Engines The engines are offered as solid resin mouldings which include the cowling, cowl flaps, intakes and spinner after-body. There is a small bit of engraved detail which represents the cylinders, but it will be difficult to see once the propellers are installed and everything is painted. The exhaust pipes are simple depressions and are only two per engine rather than the proper three. They should be slightly enlarged (with the third drilled out) and detailed with tubing.The propellers have part of their casting blocks still attached to the spinners and and blade tips. There is also a ring of flash running around the spinner and along the blades. This will have to be very carefully filed off to avoid damage. The engines also have a small bit of the casting block attached. It must be sawn off. Remember to take care not to breathe the resin dust while cleaning the engines up. The engines must be glued with epoxy or cyanoacrylate rather than regular modelling cement.
Landing gear Each landing gear strut is moulded complete with its wheels in white metal. There is no wheel well detail nor landing gear doors (except for one nose gear door moulded with the strut) supplied in the kit. Since they were almost identical with those of the 1049, the details and measurements from the Revell kit may be copied.
Accuracy I don't compare models to drawings or published measurements. When assembled it will look like a 1649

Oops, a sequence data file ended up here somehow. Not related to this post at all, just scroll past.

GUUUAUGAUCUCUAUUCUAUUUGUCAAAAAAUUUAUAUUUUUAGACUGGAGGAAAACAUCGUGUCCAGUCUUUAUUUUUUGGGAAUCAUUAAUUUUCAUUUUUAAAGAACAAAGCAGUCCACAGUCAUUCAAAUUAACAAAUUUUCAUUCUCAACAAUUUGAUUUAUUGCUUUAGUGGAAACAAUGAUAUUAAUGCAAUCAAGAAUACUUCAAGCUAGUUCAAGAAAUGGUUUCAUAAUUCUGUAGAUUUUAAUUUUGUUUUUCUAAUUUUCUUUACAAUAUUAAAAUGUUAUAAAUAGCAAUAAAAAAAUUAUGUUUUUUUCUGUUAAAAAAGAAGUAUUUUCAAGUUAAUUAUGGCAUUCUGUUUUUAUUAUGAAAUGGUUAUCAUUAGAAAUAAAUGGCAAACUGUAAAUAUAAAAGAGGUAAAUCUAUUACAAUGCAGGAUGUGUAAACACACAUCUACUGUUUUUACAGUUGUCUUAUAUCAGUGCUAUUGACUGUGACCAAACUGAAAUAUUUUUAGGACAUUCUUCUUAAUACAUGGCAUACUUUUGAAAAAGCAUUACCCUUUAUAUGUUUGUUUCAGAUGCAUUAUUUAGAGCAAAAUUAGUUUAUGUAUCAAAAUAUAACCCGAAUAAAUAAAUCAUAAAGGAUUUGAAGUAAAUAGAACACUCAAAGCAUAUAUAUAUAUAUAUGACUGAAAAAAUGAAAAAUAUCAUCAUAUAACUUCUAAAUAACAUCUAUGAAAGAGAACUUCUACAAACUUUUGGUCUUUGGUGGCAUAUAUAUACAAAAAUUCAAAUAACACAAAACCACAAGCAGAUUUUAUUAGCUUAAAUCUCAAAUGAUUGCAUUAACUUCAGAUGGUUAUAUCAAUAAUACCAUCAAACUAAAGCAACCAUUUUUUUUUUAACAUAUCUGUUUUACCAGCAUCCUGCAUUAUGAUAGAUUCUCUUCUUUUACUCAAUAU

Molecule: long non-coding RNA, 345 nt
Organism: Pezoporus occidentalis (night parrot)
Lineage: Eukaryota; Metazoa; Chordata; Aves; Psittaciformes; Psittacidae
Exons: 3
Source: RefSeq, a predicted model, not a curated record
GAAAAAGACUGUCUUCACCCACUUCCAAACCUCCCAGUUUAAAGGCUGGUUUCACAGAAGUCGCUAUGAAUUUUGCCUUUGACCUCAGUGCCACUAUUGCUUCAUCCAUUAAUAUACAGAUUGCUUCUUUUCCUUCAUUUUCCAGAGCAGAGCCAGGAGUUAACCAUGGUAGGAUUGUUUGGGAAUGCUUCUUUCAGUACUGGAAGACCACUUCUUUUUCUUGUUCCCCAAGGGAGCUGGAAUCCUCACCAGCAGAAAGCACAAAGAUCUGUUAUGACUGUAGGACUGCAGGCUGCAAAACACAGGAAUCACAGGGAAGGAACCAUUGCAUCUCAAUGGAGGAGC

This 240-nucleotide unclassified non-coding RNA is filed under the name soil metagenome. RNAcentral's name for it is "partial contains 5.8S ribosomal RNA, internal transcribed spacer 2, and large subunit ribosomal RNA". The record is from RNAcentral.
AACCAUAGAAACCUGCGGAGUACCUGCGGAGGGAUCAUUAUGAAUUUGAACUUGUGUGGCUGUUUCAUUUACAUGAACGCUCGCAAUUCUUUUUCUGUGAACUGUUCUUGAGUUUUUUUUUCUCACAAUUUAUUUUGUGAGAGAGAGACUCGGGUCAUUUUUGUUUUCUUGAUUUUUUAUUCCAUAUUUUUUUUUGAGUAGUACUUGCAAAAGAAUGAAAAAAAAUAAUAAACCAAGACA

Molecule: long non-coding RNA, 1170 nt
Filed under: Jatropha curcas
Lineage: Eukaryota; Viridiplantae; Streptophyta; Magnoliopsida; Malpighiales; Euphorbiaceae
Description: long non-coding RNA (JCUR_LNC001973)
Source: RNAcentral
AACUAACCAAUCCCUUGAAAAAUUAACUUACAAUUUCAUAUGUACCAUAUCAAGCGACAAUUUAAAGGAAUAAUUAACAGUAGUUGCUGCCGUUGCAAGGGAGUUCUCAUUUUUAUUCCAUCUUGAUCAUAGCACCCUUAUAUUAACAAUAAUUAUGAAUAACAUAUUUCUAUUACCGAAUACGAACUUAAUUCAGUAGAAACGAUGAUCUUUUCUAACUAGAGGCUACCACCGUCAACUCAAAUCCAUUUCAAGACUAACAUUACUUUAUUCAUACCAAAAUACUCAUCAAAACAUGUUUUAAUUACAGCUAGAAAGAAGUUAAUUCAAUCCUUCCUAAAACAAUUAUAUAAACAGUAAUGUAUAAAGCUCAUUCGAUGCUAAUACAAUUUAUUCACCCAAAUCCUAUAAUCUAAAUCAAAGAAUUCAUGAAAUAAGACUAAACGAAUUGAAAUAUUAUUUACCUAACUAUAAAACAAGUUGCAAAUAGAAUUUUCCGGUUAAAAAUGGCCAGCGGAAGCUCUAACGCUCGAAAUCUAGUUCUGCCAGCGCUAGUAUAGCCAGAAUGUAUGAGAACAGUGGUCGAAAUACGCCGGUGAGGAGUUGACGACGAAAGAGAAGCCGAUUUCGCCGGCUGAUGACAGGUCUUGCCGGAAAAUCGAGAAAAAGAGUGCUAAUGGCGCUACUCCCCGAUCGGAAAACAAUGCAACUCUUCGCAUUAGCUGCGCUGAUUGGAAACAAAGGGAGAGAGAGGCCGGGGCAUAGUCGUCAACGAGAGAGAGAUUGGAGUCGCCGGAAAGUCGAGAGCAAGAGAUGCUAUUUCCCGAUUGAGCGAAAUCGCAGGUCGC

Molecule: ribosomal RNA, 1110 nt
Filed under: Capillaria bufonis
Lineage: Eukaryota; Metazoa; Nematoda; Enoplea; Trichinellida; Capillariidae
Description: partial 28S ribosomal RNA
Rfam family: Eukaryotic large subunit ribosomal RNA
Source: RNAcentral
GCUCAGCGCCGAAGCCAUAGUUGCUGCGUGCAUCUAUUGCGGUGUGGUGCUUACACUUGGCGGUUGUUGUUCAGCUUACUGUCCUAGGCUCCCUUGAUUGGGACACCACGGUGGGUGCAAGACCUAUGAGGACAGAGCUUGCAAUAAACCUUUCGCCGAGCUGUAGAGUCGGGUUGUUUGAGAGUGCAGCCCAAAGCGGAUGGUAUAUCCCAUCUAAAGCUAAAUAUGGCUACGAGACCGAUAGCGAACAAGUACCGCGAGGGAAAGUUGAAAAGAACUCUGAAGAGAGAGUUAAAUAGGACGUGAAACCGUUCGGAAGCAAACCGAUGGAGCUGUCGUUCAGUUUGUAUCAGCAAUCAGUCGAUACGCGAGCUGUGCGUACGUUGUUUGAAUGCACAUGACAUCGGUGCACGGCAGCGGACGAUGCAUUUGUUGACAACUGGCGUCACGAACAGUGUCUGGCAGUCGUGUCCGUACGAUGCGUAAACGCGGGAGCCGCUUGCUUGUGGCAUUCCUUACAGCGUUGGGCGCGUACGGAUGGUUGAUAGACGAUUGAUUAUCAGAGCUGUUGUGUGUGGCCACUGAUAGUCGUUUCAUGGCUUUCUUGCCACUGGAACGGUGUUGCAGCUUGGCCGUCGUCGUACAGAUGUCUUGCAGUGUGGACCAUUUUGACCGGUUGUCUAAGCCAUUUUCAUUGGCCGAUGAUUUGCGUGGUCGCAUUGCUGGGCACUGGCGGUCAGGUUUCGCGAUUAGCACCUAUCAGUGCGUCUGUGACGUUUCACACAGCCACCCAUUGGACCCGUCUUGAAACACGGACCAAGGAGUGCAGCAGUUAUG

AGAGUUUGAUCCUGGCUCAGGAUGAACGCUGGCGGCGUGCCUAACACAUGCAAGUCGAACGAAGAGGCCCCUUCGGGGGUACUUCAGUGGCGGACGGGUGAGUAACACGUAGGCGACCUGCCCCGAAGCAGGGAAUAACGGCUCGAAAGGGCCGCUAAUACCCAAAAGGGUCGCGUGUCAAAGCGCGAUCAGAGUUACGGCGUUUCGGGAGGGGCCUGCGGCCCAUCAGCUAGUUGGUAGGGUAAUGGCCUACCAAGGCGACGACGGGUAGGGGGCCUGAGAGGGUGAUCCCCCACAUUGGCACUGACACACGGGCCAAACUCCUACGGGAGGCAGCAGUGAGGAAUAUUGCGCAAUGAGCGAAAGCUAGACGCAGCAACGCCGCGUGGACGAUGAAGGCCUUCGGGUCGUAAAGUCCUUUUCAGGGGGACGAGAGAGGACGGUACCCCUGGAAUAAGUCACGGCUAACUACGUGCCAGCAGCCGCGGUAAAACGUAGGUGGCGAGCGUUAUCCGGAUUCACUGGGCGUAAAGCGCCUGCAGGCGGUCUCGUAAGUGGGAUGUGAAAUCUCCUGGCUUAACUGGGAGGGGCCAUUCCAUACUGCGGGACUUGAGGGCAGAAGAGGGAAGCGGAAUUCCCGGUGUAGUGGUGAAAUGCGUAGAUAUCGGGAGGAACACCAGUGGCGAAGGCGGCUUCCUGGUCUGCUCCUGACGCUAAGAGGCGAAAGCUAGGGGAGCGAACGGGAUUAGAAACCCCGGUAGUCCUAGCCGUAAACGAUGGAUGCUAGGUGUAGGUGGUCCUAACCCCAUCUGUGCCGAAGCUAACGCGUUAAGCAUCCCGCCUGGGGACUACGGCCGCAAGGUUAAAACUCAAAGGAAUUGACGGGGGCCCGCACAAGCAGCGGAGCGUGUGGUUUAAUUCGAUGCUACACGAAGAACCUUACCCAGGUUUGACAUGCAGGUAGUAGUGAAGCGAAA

Decals and markings The kit comes with a generic Air France Constellation/Starliner decal. The cheatlines will have to be cut and pieced together to ensure they are the correct length. The instructions and decal sheet give the basics, but the modeller is expected to have a certain amount of familiarity with making decals fit rather than just applying them. The sheet was made for Welsh's Air France Constellation issues and offers 3 registrations, one each for a 749, 1049 and 1649. The modeller is expected to consult references to choose the correct registration. The kit offers two variations of Air France's Starliner colour schemes, involving the amount of white applied to the nose. In 1958 the white top of the fuselage ran in a fairly straight line from the tail to the bottom of the windscreen. By 1961 the white wrapped around the nose in a scallop shape which followed the front of the Air France seahorse logo and terminated in a point behind the nose gear doors. Since few airlines flew the 1649 there are few aftermarket schemes available.
Conclusion This kit is for the more advanced vacuform modeller who has some experience working with multimedia and making decals fit. It could be cross-kitted with the Revell Constellation if desired. The wings could be made to fit the Revell fuselage with the main landing gear bays adapted to the 1649's nacelles. This would allow the use of Revell's beautiful detail parts but it would not be at all cheap. Welsh Models assume that the modeller has had sufficient modelling experience not to need detailed build instructions. In most cases their instruction sheets consist of 1/144 drawings of the aircraft with detail notes describing items to pay attention to during the build.
Highs: Beautiful resin and metal mouldings for the detail parts. Good shapes.Lows: Some modellers are still frightened of vacuforms. Requires some vac experience.Verdict: It will give you a good 1649 right out of the bag.